See the Pen Basic carousel component by Georgy Marchuk (@gmrchk) on CodePen.

While we’re talking about reusability, it’s important to mention that components don’t have to be reused in their existing state. In other words, we can extend them to create new components as any other JavaScript class. That means we can prepare a general component and build upon it.

To give an example, a component that would give us the distance between the cursor and the center of an element seems like a thing that could be useful someday. Such a component can be found here. After having that ready, it’s ridiculously easy to build upon it and work with provided numbers, as the next example shows in the render function, although we could argue about the usefulness of this particular example.

See the Pen ZMXMJo by Georgy Marchuk (@gmrchk) on CodePen.

Let’s try to look into optimized DOM manipulations. Detecting if a change to the DOM is supposed to happen can be manually stored or checked without directly accessing the DOM, but that tends to be a lot of work which we might want to avoid.

This is where Gia really drew inspiration from React, with simple, stripped down component state management. The state of a component is set similarly to states in React, using a setState function.

That said, there is no rendering involved in our component. The content is rendered by the server, so we need to make a use of the changes in state elsewhere. The state changes are evaluated and any actual changes are sent to the stateChange method of a component. Ideally, any interaction between the component and the DOM would be handled in this function. In case some part of the state doesn’t change, it won’t be present in the stateChanges object passed into a function and therefore won’t be processed — the DOM won’t be touched without it being truly necessary.

Check the following example with a component showing sections that are visible in the viewport:

See the Pen Sections in viewport component by Georgy Marchuk (@gmrchk) on CodePen.

Notice how writing to the DOM (visualized by the blink) is only done for items where the state actually changes.

Now we are getting to my favorite part! Gia is truly minimal. The entire bundle containing all the code, including all the helpers, takes up a measly 2.68 KB (minified/gzipped). Not to mention that you most likely won’t need all of Gia’s parts and would end up importing even less with a bundler.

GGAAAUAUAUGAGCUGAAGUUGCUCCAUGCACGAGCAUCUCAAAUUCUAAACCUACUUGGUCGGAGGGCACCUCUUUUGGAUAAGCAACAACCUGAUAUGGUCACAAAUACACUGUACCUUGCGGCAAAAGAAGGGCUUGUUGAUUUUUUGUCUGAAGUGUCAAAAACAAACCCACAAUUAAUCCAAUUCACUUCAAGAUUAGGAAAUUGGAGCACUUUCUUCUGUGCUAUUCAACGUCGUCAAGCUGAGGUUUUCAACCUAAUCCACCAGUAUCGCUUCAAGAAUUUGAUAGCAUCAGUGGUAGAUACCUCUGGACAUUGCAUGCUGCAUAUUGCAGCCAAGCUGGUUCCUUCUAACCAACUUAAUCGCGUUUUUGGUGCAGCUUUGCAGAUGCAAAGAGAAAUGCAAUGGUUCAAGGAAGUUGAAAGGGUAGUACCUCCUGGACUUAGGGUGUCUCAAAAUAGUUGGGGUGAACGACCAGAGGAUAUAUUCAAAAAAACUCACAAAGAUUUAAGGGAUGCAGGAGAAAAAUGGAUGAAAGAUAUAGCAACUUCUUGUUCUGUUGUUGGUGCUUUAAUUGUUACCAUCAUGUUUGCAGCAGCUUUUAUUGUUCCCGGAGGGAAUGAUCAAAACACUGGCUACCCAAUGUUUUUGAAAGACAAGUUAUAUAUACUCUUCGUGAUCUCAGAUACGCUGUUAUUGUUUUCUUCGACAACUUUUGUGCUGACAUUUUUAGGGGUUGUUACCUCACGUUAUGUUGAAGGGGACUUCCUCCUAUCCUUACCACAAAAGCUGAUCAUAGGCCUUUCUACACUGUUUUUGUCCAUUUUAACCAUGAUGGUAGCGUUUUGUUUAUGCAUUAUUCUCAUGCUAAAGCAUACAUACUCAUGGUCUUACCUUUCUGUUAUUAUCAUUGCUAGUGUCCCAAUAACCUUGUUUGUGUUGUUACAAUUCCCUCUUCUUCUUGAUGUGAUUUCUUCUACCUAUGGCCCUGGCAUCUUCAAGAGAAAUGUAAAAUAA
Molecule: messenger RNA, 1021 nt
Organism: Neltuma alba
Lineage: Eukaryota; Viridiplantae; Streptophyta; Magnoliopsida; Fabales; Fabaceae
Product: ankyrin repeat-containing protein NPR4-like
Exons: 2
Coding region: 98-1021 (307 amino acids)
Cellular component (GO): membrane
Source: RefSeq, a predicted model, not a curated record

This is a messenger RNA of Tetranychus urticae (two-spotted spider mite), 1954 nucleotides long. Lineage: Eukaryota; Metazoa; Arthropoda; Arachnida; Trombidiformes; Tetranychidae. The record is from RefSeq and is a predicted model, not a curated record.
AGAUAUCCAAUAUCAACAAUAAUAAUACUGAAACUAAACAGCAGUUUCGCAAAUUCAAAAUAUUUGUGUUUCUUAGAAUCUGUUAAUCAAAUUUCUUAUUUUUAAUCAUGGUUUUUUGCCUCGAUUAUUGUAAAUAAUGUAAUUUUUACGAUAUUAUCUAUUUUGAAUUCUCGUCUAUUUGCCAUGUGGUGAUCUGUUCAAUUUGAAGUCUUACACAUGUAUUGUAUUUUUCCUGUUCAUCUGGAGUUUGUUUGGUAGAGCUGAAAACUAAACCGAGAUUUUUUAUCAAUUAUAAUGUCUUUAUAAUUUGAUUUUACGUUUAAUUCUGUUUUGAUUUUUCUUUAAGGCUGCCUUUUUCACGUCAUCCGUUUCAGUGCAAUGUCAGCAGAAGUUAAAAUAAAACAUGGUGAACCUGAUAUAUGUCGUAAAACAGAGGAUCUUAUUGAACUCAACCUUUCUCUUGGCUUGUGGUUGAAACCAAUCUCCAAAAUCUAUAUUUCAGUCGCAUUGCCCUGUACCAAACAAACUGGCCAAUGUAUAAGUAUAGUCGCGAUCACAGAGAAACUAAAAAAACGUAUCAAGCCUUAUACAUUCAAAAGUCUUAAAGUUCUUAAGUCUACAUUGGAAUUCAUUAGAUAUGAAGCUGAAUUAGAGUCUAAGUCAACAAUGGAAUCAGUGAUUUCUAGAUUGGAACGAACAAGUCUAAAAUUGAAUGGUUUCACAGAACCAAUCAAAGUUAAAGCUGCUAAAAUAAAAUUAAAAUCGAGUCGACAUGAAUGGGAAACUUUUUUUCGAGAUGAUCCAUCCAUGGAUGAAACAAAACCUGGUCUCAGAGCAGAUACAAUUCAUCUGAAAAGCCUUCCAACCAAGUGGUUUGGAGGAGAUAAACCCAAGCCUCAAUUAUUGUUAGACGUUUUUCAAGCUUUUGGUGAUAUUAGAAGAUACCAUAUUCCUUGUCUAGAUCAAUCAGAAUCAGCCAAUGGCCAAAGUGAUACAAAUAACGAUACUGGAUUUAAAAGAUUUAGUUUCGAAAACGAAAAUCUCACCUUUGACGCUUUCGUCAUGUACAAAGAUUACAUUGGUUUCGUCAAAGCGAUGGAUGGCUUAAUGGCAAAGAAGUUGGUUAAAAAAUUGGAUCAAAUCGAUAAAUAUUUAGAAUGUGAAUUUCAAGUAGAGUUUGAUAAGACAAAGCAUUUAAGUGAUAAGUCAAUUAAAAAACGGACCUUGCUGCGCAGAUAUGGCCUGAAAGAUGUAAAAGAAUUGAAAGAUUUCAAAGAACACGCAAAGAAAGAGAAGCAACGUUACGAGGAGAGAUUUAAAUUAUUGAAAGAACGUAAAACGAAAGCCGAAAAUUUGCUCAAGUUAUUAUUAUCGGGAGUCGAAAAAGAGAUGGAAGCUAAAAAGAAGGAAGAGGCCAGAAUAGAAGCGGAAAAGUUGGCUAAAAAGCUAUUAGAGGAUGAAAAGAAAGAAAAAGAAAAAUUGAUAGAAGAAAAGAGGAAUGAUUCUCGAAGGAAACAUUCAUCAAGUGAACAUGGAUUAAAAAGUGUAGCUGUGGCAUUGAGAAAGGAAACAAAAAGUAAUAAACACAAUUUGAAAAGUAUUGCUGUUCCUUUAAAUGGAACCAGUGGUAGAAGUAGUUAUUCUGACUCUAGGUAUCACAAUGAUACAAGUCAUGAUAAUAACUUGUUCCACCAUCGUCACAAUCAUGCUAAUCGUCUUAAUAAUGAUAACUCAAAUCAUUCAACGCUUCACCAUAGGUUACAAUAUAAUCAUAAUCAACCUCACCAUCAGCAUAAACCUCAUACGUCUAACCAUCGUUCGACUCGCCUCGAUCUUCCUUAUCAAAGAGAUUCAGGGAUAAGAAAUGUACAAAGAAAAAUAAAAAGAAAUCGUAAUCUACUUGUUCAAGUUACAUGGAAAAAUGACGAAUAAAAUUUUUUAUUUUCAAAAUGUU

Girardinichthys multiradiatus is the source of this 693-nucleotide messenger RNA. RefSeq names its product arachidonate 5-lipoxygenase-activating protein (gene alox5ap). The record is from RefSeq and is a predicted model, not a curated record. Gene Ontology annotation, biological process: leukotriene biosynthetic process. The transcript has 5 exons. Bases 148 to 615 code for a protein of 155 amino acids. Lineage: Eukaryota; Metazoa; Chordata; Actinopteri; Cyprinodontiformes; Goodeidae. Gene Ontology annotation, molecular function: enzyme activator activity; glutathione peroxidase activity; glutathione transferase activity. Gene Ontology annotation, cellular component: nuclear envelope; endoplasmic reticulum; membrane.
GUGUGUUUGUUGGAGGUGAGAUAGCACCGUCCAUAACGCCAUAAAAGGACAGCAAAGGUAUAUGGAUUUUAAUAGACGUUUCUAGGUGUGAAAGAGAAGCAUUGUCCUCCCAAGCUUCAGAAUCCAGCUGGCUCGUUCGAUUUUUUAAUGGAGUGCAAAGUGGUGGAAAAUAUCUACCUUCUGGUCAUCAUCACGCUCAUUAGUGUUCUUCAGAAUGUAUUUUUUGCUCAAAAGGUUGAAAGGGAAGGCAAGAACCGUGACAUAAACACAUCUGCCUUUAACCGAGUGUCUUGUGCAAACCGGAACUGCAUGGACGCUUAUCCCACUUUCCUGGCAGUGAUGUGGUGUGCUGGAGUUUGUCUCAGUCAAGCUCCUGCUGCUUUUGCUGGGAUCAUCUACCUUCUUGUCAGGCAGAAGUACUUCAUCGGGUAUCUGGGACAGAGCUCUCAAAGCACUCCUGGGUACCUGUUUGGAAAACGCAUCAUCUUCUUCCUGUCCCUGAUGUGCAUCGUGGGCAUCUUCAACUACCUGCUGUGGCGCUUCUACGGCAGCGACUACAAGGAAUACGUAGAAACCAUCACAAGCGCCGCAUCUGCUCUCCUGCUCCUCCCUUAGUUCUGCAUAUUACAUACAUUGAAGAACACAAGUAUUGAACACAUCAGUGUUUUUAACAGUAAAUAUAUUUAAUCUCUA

As mentioned earlier, the size of the code can rapidly increase by including third-party dependencies. That’s why Gia also includes code splitting support where you can define a dependency for a component, which will only be loaded when the component is being initialized for the first time, without any additional setup required to the bundler. That way, the bulky libraries used somewhere deep within your site or application don’t have to slow things down.

In case you decide one day that you really want to take advantage of all the goodies big frameworks can offer somewhere in your code, there is nothing easier than just loading it like any other dependency for the component.

class SampleComponent extends Component {
  async require() {
    this.vue = await import('vue');
  }

  mount() {
    new this.vue({
      el: this.element,
    });
  }
}

Conclusion

I guess the main point of this article is that you don’t need a framework to write maintainable and reusable code. Following and enforcing a few concepts (that frameworks use as well) can take you far on its own. While Gia is minimal and does not have many of the robust features offered by big players, like React and Vue, it still helps us get that clean structure that is so important in the long term. It includes some more interesting stuff that didn’t make the cut here. If you like it so far, go check it out!

GitHub Repo

There are lots and lots of use cases, and different needs require different approaches. Various frameworks can do plenty of the work for you; in other cases, they may be constraining.

What is your minimal setup and how do you account for the points we covered here? Do you prefer a framework or non-framework environment? Do you use frameworks in combination with static site generators like Gatsby? Let me know!

The post A Minimal JavaScript Setup appeared first on CSS-Tricks.